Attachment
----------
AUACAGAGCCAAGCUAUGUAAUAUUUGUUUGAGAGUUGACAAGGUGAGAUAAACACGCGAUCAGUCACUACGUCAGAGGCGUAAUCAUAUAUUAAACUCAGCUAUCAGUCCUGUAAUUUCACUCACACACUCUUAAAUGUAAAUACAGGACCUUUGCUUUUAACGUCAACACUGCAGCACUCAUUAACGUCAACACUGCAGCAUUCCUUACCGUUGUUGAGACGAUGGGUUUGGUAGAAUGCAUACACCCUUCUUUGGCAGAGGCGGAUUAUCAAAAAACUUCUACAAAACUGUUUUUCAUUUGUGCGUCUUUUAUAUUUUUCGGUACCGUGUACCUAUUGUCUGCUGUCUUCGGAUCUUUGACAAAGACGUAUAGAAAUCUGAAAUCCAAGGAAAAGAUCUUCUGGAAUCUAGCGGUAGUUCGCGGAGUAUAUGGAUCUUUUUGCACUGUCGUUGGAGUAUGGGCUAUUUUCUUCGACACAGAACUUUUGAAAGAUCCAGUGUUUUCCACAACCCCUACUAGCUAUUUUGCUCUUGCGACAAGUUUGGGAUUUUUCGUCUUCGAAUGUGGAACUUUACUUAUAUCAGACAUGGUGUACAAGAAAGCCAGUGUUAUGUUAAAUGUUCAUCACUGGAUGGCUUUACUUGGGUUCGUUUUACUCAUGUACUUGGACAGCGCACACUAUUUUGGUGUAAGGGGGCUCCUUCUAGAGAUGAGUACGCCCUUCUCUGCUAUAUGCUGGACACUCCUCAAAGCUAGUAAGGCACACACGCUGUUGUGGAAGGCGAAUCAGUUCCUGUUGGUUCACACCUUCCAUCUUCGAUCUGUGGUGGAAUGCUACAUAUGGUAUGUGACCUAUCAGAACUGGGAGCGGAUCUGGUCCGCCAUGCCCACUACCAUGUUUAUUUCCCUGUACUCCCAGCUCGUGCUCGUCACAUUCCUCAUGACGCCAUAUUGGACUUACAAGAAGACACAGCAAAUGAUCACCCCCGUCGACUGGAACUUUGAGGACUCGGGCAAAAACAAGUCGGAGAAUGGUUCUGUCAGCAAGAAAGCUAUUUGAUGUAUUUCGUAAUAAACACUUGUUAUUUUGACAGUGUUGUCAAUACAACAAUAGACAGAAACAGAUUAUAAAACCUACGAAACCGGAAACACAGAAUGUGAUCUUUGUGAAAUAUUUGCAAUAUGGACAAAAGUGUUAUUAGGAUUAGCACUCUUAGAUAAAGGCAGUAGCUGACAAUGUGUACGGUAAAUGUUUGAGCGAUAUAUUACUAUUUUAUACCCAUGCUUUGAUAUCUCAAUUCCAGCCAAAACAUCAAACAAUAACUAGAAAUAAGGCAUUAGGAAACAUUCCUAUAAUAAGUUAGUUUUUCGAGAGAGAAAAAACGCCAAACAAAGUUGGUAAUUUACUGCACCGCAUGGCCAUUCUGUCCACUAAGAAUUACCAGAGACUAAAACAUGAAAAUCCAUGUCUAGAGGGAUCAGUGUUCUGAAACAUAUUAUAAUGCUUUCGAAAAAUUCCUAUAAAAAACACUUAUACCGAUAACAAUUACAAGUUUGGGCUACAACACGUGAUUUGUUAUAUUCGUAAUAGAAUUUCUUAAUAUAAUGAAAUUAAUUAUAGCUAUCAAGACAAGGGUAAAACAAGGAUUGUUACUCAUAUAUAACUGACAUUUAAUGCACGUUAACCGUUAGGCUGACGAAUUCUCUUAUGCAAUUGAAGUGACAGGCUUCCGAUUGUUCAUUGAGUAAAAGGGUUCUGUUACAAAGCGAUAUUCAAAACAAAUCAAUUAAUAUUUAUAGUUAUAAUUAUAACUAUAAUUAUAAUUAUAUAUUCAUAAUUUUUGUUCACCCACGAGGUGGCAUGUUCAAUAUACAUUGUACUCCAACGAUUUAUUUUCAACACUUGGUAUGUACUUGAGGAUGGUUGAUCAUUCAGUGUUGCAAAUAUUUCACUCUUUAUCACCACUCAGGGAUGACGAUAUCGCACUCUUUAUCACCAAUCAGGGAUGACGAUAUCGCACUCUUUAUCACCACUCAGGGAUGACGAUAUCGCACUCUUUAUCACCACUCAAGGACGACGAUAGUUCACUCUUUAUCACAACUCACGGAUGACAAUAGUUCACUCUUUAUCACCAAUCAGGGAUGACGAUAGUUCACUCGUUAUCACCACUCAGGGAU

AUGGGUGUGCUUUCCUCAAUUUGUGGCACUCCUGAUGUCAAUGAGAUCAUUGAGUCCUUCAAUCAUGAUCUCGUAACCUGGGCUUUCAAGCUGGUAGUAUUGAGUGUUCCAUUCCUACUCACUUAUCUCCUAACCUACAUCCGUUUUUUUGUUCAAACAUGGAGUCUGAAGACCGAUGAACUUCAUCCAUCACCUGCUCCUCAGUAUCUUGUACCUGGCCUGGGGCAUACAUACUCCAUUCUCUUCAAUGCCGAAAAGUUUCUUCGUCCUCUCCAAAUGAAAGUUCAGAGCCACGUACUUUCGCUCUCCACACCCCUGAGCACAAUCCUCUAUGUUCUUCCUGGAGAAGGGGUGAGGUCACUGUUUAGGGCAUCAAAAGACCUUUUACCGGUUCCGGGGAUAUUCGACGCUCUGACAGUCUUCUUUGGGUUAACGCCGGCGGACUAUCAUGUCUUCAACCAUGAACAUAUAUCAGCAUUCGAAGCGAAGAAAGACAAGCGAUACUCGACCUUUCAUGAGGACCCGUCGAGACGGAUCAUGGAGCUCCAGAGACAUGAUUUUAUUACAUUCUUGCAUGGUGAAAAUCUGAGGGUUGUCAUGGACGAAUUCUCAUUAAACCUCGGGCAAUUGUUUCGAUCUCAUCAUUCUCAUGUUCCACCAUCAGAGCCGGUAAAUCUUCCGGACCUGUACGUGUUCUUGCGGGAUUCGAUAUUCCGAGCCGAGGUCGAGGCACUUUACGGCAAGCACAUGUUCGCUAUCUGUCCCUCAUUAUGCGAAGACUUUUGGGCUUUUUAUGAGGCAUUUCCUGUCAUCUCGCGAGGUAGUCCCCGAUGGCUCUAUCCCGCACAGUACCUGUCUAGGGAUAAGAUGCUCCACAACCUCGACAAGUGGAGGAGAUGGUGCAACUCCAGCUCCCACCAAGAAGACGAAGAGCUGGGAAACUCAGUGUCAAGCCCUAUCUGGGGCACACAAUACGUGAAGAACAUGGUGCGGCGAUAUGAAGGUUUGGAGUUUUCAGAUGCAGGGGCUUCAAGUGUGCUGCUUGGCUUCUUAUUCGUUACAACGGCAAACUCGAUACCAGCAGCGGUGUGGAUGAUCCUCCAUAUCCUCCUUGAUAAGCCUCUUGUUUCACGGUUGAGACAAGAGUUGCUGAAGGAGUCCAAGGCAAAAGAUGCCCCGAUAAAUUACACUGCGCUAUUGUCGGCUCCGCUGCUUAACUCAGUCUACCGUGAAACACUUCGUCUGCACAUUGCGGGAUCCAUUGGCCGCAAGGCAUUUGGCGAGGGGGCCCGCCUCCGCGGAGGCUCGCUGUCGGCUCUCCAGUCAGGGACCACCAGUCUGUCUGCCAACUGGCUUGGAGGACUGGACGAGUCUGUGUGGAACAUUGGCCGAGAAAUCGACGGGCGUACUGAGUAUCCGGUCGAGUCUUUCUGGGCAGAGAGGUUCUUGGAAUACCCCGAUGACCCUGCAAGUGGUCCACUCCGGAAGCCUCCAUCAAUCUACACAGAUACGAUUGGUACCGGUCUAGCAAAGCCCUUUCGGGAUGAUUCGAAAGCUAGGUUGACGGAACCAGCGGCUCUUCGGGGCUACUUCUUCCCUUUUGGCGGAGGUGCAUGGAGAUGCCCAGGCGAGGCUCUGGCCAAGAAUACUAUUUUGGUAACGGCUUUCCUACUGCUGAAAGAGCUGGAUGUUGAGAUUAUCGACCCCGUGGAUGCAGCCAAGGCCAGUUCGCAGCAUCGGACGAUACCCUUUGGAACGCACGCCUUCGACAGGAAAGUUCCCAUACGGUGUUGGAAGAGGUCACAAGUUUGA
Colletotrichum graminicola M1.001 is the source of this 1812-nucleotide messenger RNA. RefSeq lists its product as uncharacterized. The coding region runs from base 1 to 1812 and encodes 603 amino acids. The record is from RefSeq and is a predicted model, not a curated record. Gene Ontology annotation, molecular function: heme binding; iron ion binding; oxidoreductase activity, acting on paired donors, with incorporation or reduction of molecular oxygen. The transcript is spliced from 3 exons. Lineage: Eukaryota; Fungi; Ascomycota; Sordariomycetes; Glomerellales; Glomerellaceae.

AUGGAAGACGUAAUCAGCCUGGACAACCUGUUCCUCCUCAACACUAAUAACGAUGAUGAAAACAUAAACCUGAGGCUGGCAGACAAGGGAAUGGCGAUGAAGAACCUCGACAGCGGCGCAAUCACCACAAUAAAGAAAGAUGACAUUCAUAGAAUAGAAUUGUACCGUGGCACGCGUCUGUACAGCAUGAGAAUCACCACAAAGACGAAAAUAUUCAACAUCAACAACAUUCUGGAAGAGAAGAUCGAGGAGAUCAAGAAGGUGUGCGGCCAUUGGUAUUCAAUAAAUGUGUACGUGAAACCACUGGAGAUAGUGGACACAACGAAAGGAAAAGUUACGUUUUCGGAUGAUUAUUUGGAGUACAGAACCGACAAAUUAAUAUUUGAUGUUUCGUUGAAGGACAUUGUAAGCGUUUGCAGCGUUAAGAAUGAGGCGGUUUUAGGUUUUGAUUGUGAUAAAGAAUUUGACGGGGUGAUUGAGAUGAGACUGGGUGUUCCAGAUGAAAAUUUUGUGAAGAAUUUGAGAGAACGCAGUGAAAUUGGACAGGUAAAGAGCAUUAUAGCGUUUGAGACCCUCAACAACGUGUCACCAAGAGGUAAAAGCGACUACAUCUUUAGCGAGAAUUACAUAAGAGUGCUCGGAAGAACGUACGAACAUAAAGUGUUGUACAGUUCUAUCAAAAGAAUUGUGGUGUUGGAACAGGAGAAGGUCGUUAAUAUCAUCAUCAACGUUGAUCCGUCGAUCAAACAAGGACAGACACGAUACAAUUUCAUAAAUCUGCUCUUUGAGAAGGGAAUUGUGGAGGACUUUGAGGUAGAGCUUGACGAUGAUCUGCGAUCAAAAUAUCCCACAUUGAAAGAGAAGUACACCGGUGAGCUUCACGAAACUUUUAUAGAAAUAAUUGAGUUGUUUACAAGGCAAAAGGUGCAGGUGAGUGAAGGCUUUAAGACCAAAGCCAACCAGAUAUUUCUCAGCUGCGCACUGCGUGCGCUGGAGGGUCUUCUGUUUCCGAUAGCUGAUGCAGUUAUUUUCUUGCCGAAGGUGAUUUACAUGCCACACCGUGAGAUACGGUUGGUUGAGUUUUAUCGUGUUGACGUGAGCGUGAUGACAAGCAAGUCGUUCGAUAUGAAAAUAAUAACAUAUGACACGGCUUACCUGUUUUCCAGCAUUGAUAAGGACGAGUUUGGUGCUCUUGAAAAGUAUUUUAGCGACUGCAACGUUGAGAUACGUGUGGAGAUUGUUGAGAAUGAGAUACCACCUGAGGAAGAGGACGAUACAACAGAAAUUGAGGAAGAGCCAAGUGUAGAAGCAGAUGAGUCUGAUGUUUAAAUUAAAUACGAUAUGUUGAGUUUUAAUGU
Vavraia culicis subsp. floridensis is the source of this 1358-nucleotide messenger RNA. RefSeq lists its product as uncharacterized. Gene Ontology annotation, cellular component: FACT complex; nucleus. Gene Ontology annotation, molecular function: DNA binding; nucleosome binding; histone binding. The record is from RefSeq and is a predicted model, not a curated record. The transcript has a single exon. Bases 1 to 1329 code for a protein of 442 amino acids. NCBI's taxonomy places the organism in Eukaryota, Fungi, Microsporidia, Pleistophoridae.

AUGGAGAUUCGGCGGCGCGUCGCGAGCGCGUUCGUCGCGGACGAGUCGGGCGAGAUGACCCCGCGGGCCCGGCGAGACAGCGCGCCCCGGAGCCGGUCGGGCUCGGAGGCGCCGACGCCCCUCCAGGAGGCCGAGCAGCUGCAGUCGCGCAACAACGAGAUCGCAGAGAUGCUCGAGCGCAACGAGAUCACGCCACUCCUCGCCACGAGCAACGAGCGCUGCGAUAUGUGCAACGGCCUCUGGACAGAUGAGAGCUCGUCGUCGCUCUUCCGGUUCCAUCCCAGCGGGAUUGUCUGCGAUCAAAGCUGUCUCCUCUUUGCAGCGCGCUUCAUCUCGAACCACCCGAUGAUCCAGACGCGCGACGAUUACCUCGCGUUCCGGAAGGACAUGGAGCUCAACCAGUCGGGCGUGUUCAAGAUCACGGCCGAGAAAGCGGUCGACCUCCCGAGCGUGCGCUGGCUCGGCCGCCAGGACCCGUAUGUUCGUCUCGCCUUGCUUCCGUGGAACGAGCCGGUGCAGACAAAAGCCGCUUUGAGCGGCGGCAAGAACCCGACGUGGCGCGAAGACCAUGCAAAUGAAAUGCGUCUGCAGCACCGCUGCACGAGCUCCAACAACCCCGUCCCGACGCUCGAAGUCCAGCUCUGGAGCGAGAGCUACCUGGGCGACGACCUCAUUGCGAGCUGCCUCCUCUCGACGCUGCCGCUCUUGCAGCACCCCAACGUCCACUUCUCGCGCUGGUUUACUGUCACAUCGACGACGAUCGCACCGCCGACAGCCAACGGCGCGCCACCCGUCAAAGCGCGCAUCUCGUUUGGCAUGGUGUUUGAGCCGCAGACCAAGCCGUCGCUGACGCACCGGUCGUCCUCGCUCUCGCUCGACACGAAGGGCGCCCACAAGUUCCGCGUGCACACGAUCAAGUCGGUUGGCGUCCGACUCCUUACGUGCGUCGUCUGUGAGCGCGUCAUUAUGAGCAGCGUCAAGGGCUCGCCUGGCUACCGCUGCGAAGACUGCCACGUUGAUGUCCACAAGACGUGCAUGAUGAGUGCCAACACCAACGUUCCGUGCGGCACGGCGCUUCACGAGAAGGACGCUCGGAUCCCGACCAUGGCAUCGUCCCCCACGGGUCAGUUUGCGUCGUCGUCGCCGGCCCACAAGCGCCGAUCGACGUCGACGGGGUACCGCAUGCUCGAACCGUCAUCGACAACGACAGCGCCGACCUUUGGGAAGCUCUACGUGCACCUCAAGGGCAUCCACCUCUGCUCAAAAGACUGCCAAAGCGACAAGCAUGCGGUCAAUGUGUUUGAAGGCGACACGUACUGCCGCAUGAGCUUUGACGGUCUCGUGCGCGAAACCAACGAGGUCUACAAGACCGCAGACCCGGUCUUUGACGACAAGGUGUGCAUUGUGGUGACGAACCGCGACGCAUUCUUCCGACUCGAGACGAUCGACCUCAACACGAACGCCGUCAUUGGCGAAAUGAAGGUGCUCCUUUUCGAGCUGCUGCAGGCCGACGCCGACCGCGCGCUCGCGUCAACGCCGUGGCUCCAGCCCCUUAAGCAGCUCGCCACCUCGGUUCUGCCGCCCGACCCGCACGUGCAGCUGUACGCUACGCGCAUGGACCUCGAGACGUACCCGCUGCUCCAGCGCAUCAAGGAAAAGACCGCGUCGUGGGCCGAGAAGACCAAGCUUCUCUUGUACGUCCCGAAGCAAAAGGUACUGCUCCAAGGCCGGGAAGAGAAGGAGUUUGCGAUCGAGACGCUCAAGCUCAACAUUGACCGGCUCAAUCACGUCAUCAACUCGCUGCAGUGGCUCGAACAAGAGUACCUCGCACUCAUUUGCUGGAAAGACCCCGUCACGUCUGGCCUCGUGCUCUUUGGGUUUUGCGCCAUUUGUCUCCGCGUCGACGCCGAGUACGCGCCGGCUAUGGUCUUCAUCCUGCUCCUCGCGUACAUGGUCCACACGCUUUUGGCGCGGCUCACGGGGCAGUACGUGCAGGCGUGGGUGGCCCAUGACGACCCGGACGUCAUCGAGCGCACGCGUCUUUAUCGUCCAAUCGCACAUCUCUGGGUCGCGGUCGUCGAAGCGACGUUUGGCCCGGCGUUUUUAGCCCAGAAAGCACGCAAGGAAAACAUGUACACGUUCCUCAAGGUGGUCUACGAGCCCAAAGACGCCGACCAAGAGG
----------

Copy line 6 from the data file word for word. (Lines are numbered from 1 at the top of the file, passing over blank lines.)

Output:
AUGGAGAUUCGGCGGCGCGUCGCGAGCGCGUUCGUCGCGGACGAGUCGGGCGAGAUGACCCCGCGGGCCCGGCGAGACAGCGCGCCCCGGAGCCGGUCGGGCUCGGAGGCGCCGACGCCCCUCCAGGAGGCCGAGCAGCUGCAGUCGCGCAACAACGAGAUCGCAGAGAUGCUCGAGCGCAACGAGAUCACGCCACUCCUCGCCACGAGCAACGAGCGCUGCGAUAUGUGCAACGGCCUCUGGACAGAUGAGAGCUCGUCGUCGCUCUUCCGGUUCCAUCCCAGCGGGAUUGUCUGCGAUCAAAGCUGUCUCCUCUUUGCAGCGCGCUUCAUCUCGAACCACCCGAUGAUCCAGACGCGCGACGAUUACCUCGCGUUCCGGAAGGACAUGGAGCUCAACCAGUCGGGCGUGUUCAAGAUCACGGCCGAGAAAGCGGUCGACCUCCCGAGCGUGCGCUGGCUCGGCCGCCAGGACCCGUAUGUUCGUCUCGCCUUGCUUCCGUGGAACGAGCCGGUGCAGACAAAAGCCGCUUUGAGCGGCGGCAAGAACCCGACGUGGCGCGAAGACCAUGCAAAUGAAAUGCGUCUGCAGCACCGCUGCACGAGCUCCAACAACCCCGUCCCGACGCUCGAAGUCCAGCUCUGGAGCGAGAGCUACCUGGGCGACGACCUCAUUGCGAGCUGCCUCCUCUCGACGCUGCCGCUCUUGCAGCACCCCAACGUCCACUUCUCGCGCUGGUUUACUGUCACAUCGACGACGAUCGCACCGCCGACAGCCAACGGCGCGCCACCCGUCAAAGCGCGCAUCUCGUUUGGCAUGGUGUUUGAGCCGCAGACCAAGCCGUCGCUGACGCACCGGUCGUCCUCGCUCUCGCUCGACACGAAGGGCGCCCACAAGUUCCGCGUGCACACGAUCAAGUCGGUUGGCGUCCGACUCCUUACGUGCGUCGUCUGUGAGCGCGUCAUUAUGAGCAGCGUCAAGGGCUCGCCUGGCUACCGCUGCGAAGACUGCCACGUUGAUGUCCACAAGACGUGCAUGAUGAGUGCCAACACCAACGUUCCGUGCGGCACGGCGCUUCACGAGAAGGACGCUCGGAUCCCGACCAUGGCAUCGUCCCCCACGGGUCAGUUUGCGUCGUCGUCGCCGGCCCACAAGCGCCGAUCGACGUCGACGGGGUACCGCAUGCUCGAACCGUCAUCGACAACGACAGCGCCGACCUUUGGGAAGCUCUACGUGCACCUCAAGGGCAUCCACCUCUGCUCAAAAGACUGCCAAAGCGACAAGCAUGCGGUCAAUGUGUUUGAAGGCGACACGUACUGCCGCAUGAGCUUUGACGGUCUCGUGCGCGAAACCAACGAGGUCUACAAGACCGCAGACCCGGUCUUUGACGACAAGGUGUGCAUUGUGGUGACGAACCGCGACGCAUUCUUCCGACUCGAGACGAUCGACCUCAACACGAACGCCGUCAUUGGCGAAAUGAAGGUGCUCCUUUUCGAGCUGCUGCAGGCCGACGCCGACCGCGCGCUCGCGUCAACGCCGUGGCUCCAGCCCCUUAAGCAGCUCGCCACCUCGGUUCUGCCGCCCGACCCGCACGUGCAGCUGUACGCUACGCGCAUGGACCUCGAGACGUACCCGCUGCUCCAGCGCAUCAAGGAAAAGACCGCGUCGUGGGCCGAGAAGACCAAGCUUCUCUUGUACGUCCCGAAGCAAAAGGUACUGCUCCAAGGCCGGGAAGAGAAGGAGUUUGCGAUCGAGACGCUCAAGCUCAACAUUGACCGGCUCAAUCACGUCAUCAACUCGCUGCAGUGGCUCGAACAAGAGUACCUCGCACUCAUUUGCUGGAAAGACCCCGUCACGUCUGGCCUCGUGCUCUUUGGGUUUUGCGCCAUUUGUCUCCGCGUCGACGCCGAGUACGCGCCGGCUAUGGUCUUCAUCCUGCUCCUCGCGUACAUGGUCCACACGCUUUUGGCGCGGCUCACGGGGCAGUACGUGCAGGCGUGGGUGGCCCAUGACGACCCGGACGUCAUCGAGCGCACGCGUCUUUAUCGUCCAAUCGCACAUCUCUGGGUCGCGGUCGUCGAAGCGACGUUUGGCCCGGCGUUUUUAGCCCAGAAAGCACGCAAGGAAAACAUGUACACGUUCCUCAAGGUGGUCUACGAGCCCAAAGACGCCGACCAAGAGG